By Amy Silverman
By Olivia LaVecchia
By Monica Alonzo and Stephen Lemons
By Chris Parker
By Michael Lacey
By Weston Phippen
Star pit: I will never understand the American proclivity for failing to "get a life" ("Down Memory Lame," Dewey Webb, November 2). All involved in this article most surely need to. If your 15 minutes of fame are up, go do something else and then you won't look like a parody of your former selves. Some personal observations, though: Good for Jim Nabors, ugh to Adam West, and I guess that Steve Allen's being "pissed off" is kind of a moot point now.
Mark A. Hoffman
Gas pains: The alternative fuel vehicle subsidy debacle has everyone in an uproar ("What a Gas!" John Dougherty, October 12). Blame is heaped upon legislators, auto dealers, the governor and even consumer greed.
There is indeed a lesson to be learned here, but most pundits are missing the mark. It's the system, stupid. If you tax it, you get less of it, and if you subsidize it, you get more of it.
America won the Cold War in large measure because we have an economy and a society based upon free markets and individual freedom. So soon we forget.
Using tax systems to manipulate individual behavior is certainly efficient. Who can dispute that fact, especially when you view the results of this current debacle? But this isn't the first time that tax policy has generated unintended consequences. Examples abound. Many people believe the real estate depression of the late '80s and early '90s was greatly influenced by unsound tax policy.
Central planning in Moscow was unwise, inefficient and unsuccessful. We are foolish to believe that central planning in Washington, D.C., or in Phoenix, Arizona, is likely to be any better.
America is a successful society because of our tradition of free markets and individual freedom. It is time we quit using tax policy to manipulate behavior.
Wheeler dealers: I wonder how many of the state legislators purchased new vehicles under this program. Just a thought. These people should be removed from office. How incompetent can you get? What other kind of job could you get that would allow you to make a $400 million error and not be held accountable or be fired? It appears to me that most of the vehicles purchased under this program are large, gas-guzzling vehicles that only the most affluent can afford to purchase because of the way the rebate works. Now the average working person will end up paying the price for all of these people who could afford to participate in the program. How about asking the federal government to bail out the citizens of the state of Arizona? This is a state disaster.
No tanks: Our legislators passing this outrageous bill was business as usual, only this time their personal greed got them caught. They have routinely hidden special interests' agenda in bills to serve themselves and their lobbyists. This should be a wake-up call to all of us in Arizona. What our senators and representatives did here is what they do every legislative session -- cater to special interests and fat cats. Their mistake was, while throwing pork to retrofit companies and fleet owners -- and themselves -- they left the door open for Joe Citizen. And the greedy ones jumped at the opportunity.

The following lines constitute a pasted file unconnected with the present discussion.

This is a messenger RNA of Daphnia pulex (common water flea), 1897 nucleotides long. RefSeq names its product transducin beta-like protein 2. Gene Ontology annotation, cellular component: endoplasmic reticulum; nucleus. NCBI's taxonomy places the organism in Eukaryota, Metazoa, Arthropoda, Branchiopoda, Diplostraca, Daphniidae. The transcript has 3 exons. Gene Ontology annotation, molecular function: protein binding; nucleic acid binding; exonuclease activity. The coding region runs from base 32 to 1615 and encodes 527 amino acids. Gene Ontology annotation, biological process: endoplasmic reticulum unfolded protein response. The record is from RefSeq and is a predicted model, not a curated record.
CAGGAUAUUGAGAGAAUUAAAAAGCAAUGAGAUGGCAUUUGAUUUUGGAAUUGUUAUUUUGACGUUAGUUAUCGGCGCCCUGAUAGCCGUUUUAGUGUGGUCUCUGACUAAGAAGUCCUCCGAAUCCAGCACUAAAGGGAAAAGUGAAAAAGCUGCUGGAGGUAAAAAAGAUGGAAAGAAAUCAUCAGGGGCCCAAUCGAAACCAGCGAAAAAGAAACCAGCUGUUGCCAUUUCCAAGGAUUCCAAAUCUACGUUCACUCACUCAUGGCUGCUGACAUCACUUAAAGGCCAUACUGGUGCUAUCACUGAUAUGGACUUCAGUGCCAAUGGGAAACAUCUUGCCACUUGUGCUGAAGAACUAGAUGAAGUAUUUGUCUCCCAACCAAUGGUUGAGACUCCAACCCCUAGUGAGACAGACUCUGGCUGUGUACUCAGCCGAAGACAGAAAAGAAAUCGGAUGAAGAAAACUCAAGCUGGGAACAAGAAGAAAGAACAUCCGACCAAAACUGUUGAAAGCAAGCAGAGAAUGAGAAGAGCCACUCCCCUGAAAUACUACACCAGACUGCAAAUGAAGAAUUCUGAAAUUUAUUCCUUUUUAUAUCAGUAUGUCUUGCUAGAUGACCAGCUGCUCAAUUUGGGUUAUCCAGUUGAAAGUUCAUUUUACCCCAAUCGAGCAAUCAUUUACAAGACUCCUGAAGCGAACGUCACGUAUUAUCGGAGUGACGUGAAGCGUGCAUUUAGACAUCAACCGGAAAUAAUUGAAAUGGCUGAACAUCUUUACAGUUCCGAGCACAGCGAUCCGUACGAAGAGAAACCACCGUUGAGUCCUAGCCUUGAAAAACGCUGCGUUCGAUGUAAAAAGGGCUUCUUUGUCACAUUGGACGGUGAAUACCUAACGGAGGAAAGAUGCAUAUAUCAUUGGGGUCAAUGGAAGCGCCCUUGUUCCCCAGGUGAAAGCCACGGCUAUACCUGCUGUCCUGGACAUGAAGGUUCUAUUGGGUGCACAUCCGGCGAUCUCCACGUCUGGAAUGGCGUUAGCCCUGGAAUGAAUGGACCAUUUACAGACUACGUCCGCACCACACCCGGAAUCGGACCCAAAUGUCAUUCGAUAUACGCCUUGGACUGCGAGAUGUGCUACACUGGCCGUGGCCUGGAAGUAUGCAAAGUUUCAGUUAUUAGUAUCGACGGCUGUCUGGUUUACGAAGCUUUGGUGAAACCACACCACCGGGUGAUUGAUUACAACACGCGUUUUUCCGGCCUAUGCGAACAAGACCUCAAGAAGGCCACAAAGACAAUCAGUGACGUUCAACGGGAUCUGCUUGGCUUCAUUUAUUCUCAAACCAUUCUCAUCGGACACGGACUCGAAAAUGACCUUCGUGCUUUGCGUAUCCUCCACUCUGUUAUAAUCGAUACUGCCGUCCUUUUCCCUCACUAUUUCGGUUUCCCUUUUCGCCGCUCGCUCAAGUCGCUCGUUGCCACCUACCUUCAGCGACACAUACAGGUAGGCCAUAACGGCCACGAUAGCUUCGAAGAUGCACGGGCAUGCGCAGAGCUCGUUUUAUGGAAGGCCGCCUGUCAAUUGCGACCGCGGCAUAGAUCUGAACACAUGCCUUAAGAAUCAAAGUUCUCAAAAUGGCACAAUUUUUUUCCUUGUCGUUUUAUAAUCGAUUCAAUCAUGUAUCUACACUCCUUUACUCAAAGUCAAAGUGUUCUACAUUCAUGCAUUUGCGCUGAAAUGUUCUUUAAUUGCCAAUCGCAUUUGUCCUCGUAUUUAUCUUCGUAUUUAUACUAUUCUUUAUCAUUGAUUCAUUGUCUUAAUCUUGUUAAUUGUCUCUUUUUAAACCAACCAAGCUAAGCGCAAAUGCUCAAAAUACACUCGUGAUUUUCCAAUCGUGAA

Action should be taken to retroactively rescind this bill, paying only for the conversion kit.
Station break: I read your article about the Mobil dealer and all the other dealers ("Paying the Price," Bob Burtman, October 26). It's so very true. I was a Mobil dealer for more than 23 years. Mobil told me they didn't want me anymore, after many years of success, just because I had a mind of my own and knew how to make money and do it my way, instead of theirs.
I opened an unbranded gas station at the end of July, totally automated, to keep the overhead down and bring the price of gas to the consumer cheaper. Now I am paying the price. My cost is higher than the majors before I can even sell it. Officials of some of the oil companies have said they want to get rid of us so they can control the margins on the gas prices. Why? Because we're taking their volume away and bringing the same product to the consumer cheaper. Whatever happened to free enterprise?
What a joke. I think the state should look into what's really going on with big business and the oil companies. I think it's time to take action, maybe a class-action lawsuit, to wake these guys up. They have no hearts, just plain greed.
Pans and Needles
Poison pen: Robrt L. Pela's terribly harsh review of Phoenix Theatre's production of Arsenic and Old Lace ("Maim Your Poison," November 2) was typical of his writing in that he harped upon the weaker points of the show nonstop and completely ignored the best aspects of it. Not once did Pela mention the wonderful performances put in by Elizabeth Dimon and Randy Klein as the two ladies who have taken to poisoning friendless bachelors as a "charity," nor did he note David Vining's fine performance as their nephew, Teddy, who thinks he's a Roosevelt. Pela simply trashed the set design and lighting and considered his job done.